- Fantasy Warehouse Clearance Sale product may be specifically marked for one-way sale
- Released: October 21, 1994
- Label: OJC
Rolling Stone - 7/9/70, p.39
"...This is Charlie Parker relaxed and mellow, telling his story over a dozen or more choruses, displaying a sense of humor broader than the (generally) more cerebral and cosmic humor that came out of the strict studio environment..."
- 1.52nd Street Theme
- 2.Shaw 'Nuff
- 3.Out of Nowhere
- 4.Hot House
- 5.This Time the Dream's on Me
- 6.A Night in Tunisia
- 7.My Old Flame
- 8.52nd Street Theme
- 9.The Way You Look Tonight
- 10.Out of Nowhere
- 11.Chasin' the Bird
- 12.This Time the Dream's on Me
- 13.Dizzy Atmosphere
- 14.How High the Moon
- 15.52nd Street Theme
Personnel includes: Charlie Parker (alto saxophone); Miles Davis (trumpet); Duke Jordan (piano); Tommy Potter (bass); Max Roach (drums).
Recorded in New York, New York in 1948.
Digitally remastered by Kirk Felton (1994, Fantasy Studios, Berkeley, California).
Personnel: Charlie Parker (alto saxophone); Miles Davis (trumpet); Duke Jordan (piano); Max Roach (drums).
Audio Remasterer: Kirk Felton.
Recording information: New York, NY (07/1948).
Unknown Contributor Roles: Duke Jordan; Max Roach; Miles Davis; Tommy Potter.
Like most of the bootleg recordings of Charlie Parker, made by audience members on primitive equipment, the sound quality of BIRD ON 52ND ST. is poor. Nevertheless, despite surface noise and an imbalanced "mix" (Duke Jordan's piano and Miles Davis' trumpet can hardly be heard), there are some outstanding examples of Parker's art. At the time of this recording Parker had just returned from recuperating in a mental hospital in California and was, surprisingly, playing better than ever.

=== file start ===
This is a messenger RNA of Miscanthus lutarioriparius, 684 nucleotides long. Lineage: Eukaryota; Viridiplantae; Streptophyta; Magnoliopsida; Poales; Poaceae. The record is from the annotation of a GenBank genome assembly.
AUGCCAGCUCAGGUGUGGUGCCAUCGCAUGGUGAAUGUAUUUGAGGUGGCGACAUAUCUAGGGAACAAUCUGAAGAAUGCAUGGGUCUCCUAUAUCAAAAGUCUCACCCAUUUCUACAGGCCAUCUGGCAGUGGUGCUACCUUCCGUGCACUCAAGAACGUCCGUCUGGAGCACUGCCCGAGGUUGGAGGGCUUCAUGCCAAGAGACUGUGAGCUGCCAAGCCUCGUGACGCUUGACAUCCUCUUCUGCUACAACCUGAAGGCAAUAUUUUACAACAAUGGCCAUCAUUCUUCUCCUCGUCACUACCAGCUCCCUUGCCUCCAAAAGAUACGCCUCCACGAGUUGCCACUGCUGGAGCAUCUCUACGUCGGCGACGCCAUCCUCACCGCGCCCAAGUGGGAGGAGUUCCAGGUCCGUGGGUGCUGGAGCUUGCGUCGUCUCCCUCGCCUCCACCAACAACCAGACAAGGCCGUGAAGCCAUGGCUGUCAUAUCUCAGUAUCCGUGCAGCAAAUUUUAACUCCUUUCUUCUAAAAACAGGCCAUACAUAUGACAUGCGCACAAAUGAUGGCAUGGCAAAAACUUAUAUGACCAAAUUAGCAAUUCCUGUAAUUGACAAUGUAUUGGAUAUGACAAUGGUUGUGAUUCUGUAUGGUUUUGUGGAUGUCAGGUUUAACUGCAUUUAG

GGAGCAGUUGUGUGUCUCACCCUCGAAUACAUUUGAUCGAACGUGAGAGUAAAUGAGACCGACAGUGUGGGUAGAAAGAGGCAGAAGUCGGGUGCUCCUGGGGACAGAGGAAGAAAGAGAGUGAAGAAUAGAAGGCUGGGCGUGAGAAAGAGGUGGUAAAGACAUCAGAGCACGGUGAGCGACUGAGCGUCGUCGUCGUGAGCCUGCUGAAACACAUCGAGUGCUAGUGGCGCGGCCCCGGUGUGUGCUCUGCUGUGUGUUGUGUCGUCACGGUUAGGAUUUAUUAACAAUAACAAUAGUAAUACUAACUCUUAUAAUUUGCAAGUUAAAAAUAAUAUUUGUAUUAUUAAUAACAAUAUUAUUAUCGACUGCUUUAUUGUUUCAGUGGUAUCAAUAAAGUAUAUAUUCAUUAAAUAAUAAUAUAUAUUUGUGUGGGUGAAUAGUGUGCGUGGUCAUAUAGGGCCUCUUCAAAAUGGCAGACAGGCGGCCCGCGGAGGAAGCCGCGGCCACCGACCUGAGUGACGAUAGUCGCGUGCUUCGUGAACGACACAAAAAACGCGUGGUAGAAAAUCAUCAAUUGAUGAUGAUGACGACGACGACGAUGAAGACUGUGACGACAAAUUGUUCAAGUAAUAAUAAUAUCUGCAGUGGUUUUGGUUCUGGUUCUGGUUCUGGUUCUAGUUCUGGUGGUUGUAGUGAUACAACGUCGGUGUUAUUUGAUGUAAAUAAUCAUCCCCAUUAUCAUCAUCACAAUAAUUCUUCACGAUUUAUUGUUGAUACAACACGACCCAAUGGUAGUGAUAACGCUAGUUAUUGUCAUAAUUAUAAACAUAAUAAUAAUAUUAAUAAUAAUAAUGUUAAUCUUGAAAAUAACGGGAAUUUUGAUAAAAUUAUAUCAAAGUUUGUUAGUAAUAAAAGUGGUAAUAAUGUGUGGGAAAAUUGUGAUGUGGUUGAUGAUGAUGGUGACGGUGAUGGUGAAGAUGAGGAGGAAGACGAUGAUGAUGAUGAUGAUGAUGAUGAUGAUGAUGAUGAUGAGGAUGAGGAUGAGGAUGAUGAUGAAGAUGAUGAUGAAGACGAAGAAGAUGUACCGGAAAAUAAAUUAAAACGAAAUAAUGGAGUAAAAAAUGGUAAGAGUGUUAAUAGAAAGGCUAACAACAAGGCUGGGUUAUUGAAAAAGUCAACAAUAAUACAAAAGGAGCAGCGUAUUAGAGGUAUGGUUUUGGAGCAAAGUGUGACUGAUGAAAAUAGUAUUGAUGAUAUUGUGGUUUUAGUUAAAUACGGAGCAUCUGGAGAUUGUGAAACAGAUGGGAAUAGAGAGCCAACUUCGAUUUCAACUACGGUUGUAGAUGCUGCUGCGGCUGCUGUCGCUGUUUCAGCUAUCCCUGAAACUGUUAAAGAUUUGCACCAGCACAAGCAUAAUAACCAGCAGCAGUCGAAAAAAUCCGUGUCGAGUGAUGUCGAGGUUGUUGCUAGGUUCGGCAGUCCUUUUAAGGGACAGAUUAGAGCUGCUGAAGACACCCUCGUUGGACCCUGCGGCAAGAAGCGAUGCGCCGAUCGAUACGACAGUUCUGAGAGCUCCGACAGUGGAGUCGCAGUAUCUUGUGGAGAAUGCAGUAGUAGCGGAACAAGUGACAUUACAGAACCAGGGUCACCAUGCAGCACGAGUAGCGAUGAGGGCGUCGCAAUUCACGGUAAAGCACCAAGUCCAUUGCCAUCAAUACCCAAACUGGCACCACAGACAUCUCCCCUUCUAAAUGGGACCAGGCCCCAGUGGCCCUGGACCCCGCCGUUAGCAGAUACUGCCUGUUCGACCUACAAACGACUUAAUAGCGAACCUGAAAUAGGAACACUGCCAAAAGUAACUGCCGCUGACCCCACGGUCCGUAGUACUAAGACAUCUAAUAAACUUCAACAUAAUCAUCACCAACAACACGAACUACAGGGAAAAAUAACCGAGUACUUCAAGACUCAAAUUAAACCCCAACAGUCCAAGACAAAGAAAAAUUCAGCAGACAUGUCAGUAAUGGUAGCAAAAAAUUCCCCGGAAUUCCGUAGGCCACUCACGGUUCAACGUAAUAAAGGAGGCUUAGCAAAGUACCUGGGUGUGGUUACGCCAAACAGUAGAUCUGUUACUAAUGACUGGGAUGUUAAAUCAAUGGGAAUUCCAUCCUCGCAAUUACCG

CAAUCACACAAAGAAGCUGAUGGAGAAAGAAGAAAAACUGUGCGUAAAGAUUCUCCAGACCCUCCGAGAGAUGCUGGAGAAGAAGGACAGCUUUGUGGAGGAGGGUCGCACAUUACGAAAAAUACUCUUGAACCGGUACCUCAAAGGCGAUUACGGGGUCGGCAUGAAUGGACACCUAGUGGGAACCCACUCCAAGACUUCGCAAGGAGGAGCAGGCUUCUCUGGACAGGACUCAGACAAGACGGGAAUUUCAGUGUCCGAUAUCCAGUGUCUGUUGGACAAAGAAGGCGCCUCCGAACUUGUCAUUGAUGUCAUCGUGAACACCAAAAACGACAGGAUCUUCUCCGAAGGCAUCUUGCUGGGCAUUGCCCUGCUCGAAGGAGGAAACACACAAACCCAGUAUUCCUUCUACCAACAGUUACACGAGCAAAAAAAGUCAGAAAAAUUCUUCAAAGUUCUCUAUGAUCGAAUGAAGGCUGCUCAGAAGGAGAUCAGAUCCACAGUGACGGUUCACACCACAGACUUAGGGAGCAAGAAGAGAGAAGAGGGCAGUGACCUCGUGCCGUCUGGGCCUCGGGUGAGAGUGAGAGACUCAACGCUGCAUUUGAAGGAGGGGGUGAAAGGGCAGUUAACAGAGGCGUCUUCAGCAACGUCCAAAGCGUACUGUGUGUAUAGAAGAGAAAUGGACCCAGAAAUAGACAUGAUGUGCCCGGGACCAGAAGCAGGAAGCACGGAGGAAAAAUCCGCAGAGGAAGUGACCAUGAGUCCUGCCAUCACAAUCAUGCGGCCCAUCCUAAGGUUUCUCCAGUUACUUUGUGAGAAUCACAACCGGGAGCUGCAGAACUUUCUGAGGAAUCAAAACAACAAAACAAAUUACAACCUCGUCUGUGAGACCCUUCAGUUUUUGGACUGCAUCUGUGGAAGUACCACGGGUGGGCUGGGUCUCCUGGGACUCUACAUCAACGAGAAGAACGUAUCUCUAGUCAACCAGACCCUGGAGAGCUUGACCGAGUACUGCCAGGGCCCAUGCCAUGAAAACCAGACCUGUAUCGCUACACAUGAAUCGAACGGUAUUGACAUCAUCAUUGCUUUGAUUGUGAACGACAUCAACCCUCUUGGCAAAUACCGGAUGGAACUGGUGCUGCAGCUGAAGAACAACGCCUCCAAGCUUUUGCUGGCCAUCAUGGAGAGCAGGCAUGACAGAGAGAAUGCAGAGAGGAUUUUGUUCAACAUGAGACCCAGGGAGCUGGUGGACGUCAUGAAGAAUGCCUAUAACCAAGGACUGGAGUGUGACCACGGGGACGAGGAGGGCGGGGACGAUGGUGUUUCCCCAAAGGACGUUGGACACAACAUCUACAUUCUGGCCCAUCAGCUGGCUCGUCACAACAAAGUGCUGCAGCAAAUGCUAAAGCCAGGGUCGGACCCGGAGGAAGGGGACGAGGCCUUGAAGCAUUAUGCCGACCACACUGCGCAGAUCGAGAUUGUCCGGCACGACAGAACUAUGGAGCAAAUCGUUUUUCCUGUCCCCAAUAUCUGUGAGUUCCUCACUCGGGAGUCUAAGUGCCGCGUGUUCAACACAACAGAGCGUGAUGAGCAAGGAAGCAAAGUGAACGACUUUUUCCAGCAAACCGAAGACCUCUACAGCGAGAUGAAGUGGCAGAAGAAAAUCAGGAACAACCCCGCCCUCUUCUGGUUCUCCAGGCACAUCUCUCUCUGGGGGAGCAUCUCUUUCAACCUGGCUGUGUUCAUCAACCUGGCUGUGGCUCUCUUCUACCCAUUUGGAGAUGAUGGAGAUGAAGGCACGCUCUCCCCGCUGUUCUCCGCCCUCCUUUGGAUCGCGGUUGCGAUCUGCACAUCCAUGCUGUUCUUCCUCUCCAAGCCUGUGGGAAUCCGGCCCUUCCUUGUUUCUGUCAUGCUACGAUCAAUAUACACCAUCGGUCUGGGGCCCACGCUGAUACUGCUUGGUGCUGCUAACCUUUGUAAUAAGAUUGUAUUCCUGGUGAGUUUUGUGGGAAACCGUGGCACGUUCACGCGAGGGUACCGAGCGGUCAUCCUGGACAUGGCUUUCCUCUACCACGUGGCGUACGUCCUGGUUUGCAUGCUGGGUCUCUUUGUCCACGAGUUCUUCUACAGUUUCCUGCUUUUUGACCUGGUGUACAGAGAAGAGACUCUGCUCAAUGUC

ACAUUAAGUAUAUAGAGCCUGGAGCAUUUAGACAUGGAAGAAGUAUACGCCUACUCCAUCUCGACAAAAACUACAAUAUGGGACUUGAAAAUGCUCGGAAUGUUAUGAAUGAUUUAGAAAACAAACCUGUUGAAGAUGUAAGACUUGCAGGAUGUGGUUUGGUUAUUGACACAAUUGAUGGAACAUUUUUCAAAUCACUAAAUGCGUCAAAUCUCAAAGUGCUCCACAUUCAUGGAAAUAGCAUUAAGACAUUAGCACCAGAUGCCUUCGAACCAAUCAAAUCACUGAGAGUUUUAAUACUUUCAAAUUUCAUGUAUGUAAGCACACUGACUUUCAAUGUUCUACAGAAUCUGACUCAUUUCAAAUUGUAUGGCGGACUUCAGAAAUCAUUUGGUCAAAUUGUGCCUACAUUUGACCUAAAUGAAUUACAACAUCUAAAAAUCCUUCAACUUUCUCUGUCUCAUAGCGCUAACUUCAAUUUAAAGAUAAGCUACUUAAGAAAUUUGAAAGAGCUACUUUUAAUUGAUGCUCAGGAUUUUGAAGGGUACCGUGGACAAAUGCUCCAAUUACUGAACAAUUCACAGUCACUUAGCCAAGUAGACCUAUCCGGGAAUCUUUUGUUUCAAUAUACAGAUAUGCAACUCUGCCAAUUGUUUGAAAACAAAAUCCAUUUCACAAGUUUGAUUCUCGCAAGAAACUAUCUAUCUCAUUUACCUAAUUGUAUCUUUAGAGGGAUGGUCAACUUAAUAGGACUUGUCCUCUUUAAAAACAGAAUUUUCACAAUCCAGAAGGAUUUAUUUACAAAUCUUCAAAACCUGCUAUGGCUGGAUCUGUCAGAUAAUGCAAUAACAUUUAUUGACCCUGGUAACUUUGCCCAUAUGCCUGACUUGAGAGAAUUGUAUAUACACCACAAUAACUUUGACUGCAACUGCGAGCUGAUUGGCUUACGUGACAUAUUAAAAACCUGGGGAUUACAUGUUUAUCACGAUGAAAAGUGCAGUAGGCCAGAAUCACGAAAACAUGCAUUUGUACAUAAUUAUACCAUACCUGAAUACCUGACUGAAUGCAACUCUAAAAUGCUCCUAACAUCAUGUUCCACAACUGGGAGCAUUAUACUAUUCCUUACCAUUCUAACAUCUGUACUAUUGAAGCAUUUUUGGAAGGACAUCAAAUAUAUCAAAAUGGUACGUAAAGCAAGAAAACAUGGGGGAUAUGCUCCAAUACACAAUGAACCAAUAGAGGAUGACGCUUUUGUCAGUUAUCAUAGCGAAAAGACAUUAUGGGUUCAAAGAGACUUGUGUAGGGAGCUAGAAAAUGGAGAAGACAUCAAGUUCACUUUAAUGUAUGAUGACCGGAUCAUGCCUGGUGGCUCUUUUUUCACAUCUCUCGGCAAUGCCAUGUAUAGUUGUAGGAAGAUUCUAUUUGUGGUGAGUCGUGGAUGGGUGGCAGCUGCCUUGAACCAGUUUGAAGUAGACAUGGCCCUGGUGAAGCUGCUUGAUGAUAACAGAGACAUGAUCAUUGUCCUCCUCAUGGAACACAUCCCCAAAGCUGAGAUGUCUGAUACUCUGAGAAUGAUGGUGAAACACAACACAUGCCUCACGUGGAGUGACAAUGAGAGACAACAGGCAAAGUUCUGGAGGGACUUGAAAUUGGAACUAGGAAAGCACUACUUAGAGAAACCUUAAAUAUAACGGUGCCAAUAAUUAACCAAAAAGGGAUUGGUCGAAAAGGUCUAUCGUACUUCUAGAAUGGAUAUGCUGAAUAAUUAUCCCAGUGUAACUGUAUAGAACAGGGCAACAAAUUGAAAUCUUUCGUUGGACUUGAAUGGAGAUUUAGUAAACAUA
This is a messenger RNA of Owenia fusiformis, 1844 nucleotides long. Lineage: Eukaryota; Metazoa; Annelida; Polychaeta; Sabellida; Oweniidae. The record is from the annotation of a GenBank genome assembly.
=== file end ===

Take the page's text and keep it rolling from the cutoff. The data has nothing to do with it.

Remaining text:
Here, on tracks like "The Way You Look Tonight," "Hot House" and "Dizzy Atmosphere," Parker's soulful, dazzlingly mercurial lines animate the space they occupy like strings of fire. Especially prominent is the dialogue Parker establishes with drummer Max Roach, the two of them seeking out the hidden rhythms of each song--horn, snare and cymbal creating new shifting structures inside the standard 4/4 time signature. Sound quality issues aside, BIRD ON 52ND ST. is essential for collectors and a fine example of Bird's conceptual and technical fluency on stage.